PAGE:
April 22, 2013

REVIEW : Noctua NF-S12A 120mm Fans

Noctua graciously sent us 3 of their new NF-S12A fans for review. These are their 3rd generation fans from the S12 lineup which feature new improvements that provide a 8% increase in airflow and noise efficiency compared to its predecessors. There are 3 models: ULN, FLX, and PWM, each offering its own settings for speed and silence.

Noctua's S12 lineup has received more than 250 awards and recommendations since they were first released. Noctua differentiates themselves from other companies by incorporating new technology rarely seen on other fans to maximize airflow, while maintaining low noise. The fans have a beige frame with a brown fan. This colour scheme is said to be neutral and can be matched with any colour scheme.

The fans come in the standard white/brown Noctua packaging with a window behind the front flap to see the fan inside, as well as a lot of information about the technology they put into this fan behind the rear flap.

The fans include 4 rubber fan mounts to help isolate the noise caused from vibrations by preventing them from being transferred to the computer case. They also include 4 standard metal screws in case the user needs them.

The ULN and FLX models include a 3-pin to 4-pin molex adapter in case the motherboard does not have enough fan headers. All three models include a low-noise adapter to reduce the fan speeds as well a fan extension cable while the FLX includes an additional ultra low noise adapter. The PWM model includes a dual 4-pin to single 4-pin fan splitter as well. All of Noctua's adapters have the same cable sleeving found on the fans and are very good quality. The cable sleeving is a tight woven plastic and none of the cables are visible through the sleeving. The heat shrink also reaches the end of the connectors so little to none of the actual coloured cables are showing.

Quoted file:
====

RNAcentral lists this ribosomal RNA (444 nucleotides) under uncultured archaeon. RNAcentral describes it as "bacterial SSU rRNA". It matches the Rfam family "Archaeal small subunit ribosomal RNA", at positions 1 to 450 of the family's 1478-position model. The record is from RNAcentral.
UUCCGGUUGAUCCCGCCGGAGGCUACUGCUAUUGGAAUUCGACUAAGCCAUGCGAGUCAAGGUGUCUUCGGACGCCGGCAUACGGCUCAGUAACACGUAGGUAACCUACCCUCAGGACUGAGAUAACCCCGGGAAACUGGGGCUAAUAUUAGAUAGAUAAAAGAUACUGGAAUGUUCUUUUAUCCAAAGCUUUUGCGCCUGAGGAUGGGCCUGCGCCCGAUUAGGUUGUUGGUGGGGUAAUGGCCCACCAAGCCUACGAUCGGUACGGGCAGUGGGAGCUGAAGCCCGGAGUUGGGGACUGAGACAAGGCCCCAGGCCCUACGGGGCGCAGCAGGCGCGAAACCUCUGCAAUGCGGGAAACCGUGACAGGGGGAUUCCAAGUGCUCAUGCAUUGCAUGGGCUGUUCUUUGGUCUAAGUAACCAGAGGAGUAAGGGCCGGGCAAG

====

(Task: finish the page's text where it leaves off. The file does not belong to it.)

The trailing edge of the fan blades feature Noctua's Anti-Stall knobs which decrease air stalling at the edge of the blades when there is a low flow of air moving over it due to air impedance from fan filters or radiators. The low airflow causes flow separation near the edge of the fan blade, reducing its performance. The bumps located on the trailing edge speed up the air moving over it to reduce flow separation. This works because the air particles on the top of the wing have to move over a larger surface compared to the particles on the bottom, but have to to reach the end at the same time, resulting in faster moving particles on top.

The frame of the NF-S12A is extremely solid and has little to no flex. The Advanced Acoustic Optimization (AAO) frames are a combination of Noctua's silence optimized designs, which include the integrated anti-vibration pads, as well as their Stepped Inlet Design and Inner Surface Microstructures (ISM). The integrated anti-vibration pads work in conjunction with the included anti-vibration mounts to prevent vibrations from the fan transferring onto the case and increasing fan noise.

Noctua's Stepped Inlet Design is an aerodynamic design that adds turbulence to the air flowing over the edge of the frame, helping with the transition from a laminar flow to a turbulent flow. This helps the air stay closer to the edge of the frame, similar to how the dimples of a golf ball work, improving the flow of air going over it. Better flow attachment to the frame will help the fan blades draw in more air, improving the airflow efficiency.

The Inner Surface Microstructures are small dents located on the inner edge of the frame that create a turbulent boundary layer in which the fans can pass by. When the fan blades plough through this boundary layer, the flow separation is slightly reduced, helping improve airflow performance as well as lowering the noise output of the fans.